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Now you need to check on the placement of the qwiic logo. It appears to be shorting the I2C lines in your render. (And looks larger relative to the other board features compared to your previous renderings in this thread.)

But kudos on finding a workaround.

Logo shorting the tracks - yes, indeed. I was just focussed on solving the immediate problem (but I fixed it later).
While I was at it, I redesigned the footprint from scratch via FreeCAD stepup tools, which is also why it appears larger in the latest renders.
The badges have already been produced, so luckily whatever changes I make to my version of the board will be virtual.

This is really neat! Thanks for taking the time to document your process. With all the badges still trapped at NYC, it is nice to see they can live in full 3D in cyberspace :slight_smile:

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Another option to convert the .wrl to .dae is to use blender 2.79 i.e. import .wrl to blender 2.79 then export from blender 2.79 to a .dae file.

Note the blender does not need to be installed. So you can just copy blender 2.79 to your local drive and run it directly. Therefore, you can have multiple blenders on the same computer.

Having said that, I really hope the latest blender can fix the .wrl issue. I took a look at the but could not figure it out due to my poor .wrl knowledge.

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Having used blender for one week, this is the best result I got so far. I only use the Principled BSDF shader. Several tricks I learned along the way:

  1. For the metal parts including component pad/solder pad/other metal part, use metal=1, roughness=0.2 or 0.3
  2. For transparent glass like the LED, use metal=0.2, roughness=0.1, transmission=1
  3. For translucent plastic part like the JST connector, use metal=0, subsurface=1, and choose subsurface color accordingly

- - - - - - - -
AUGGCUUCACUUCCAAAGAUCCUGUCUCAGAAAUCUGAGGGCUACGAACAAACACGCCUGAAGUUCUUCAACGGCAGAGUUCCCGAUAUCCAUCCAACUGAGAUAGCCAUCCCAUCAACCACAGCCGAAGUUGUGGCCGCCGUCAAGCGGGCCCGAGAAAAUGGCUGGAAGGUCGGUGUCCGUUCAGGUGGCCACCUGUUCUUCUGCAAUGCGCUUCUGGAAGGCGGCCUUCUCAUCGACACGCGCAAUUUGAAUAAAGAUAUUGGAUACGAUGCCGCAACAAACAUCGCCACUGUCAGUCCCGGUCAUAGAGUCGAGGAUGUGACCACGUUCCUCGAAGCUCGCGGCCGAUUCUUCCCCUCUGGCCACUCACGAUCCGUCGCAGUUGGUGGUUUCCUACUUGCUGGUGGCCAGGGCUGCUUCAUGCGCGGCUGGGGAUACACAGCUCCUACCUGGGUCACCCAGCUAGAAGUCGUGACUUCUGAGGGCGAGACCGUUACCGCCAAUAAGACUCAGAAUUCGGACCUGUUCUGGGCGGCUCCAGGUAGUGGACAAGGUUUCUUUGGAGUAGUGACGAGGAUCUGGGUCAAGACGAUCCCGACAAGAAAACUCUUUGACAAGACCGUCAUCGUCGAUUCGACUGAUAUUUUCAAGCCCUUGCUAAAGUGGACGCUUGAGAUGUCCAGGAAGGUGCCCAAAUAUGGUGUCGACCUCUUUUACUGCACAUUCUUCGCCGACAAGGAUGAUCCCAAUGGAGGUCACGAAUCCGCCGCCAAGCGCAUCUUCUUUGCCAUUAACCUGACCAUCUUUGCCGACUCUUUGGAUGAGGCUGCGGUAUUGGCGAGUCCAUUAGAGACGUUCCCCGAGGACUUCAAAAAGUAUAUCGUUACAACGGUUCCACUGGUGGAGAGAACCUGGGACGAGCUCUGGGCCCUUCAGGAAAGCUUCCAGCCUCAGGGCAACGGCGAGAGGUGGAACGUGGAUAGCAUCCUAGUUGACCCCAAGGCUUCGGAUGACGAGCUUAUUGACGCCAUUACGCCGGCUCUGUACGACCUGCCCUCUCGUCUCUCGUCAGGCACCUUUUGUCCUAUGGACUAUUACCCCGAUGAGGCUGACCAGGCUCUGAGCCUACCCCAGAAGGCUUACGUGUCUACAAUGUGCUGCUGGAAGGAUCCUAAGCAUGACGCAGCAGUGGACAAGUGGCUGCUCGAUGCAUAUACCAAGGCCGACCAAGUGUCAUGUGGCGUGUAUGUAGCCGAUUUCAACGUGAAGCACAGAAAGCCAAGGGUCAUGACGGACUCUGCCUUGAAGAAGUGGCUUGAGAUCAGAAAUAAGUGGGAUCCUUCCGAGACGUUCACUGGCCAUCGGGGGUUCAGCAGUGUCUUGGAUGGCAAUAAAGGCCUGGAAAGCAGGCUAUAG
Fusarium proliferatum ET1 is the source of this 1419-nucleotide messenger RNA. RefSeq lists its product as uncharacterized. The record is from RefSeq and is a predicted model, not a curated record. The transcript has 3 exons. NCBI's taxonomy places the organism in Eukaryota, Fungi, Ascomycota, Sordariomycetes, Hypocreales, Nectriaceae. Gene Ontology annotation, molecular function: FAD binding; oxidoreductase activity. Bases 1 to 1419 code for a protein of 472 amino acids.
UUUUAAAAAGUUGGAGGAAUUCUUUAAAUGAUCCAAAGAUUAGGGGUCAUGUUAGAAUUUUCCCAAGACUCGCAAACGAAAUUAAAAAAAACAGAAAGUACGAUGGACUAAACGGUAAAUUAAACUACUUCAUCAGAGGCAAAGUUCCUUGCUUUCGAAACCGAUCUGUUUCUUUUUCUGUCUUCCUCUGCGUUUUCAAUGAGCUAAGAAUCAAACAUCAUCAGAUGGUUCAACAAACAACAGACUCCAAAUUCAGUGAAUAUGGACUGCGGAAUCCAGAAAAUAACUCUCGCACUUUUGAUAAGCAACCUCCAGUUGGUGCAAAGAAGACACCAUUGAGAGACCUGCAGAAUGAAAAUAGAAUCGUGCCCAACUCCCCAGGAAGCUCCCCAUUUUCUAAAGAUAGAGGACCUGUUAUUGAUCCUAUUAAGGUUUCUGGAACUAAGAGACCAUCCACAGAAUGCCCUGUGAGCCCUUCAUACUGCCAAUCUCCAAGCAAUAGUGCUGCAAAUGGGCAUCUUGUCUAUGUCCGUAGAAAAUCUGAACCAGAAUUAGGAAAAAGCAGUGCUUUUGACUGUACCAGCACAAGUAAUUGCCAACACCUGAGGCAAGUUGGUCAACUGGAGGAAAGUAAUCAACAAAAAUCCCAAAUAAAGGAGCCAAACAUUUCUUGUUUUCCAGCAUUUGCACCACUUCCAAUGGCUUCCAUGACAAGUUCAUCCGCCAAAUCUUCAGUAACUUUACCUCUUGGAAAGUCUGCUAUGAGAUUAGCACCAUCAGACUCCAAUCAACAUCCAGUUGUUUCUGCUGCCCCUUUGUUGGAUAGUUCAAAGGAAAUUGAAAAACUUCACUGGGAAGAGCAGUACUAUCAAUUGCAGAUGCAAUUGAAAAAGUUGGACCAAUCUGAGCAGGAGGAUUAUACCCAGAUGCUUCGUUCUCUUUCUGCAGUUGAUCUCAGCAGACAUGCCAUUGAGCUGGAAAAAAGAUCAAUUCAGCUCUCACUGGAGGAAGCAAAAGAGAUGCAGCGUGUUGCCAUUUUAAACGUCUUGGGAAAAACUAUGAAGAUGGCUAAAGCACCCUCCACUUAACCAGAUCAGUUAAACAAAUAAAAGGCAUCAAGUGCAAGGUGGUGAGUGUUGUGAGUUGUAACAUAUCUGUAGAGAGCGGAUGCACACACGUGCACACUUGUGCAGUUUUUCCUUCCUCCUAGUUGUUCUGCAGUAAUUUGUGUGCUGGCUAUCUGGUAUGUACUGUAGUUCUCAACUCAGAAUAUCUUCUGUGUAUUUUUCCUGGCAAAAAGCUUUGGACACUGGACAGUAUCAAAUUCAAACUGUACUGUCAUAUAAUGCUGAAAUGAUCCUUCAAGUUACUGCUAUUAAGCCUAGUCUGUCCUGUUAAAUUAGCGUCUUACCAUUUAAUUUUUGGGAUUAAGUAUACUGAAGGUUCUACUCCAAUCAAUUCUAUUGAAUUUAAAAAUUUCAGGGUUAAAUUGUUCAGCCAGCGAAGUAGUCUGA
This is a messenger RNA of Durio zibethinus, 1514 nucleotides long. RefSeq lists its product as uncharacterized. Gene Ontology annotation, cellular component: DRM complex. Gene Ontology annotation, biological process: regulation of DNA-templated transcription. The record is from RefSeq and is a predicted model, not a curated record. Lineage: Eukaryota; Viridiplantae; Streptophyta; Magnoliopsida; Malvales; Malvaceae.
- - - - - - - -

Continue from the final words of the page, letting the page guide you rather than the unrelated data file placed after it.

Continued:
4. For hard plastic part like the IC component, use metal=0.3, roughness=0.5, subsurface=1


you can find a workaround here:

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Thank you! It works very well.

For anyone who is looking for a solution, you need to replace the appearance_CreateMaterial() function definition in with the following:

def appearance_CreateMaterial(vrmlname, mat, ancestry, is_vcol):
bpymat =
diff_color = mat.getFieldAsFloatTuple('diffuseColor', [0.5, 0.5, 0.5, 1], ancestry)

if(len(diff_color) == 3):
    # .wrl does not have alpha, we need to add 4th element
    diff_color = diff_color+[1]
bpymat.diffuse_color = diff_color
spec_color = mat.getFieldAsFloatTuple('specularColor', [0.0, 0.0, 0.0], ancestry)
bpymat.specular_color = spec_color
return bpymat

The file can be found in [blender install path]\2.90\scripts\addons\io_scene_x3d


Just to state the obvious:
There are several tutorials for using Blender for rendering KiCad boards on:

For some kind of irritating reason it seems to be “modern” to use logical or instead of logical and in search engines these days. With the result that you get more clutter if you try to narrow down your search. Just another way in which the Internet is ever more deteriorating.

Here is a comparative render of @Anool files from his Kicad->Blender workshop with the current development of KiCad:


Wow !! V6 I hope :smirk: :stuck_out_tongue: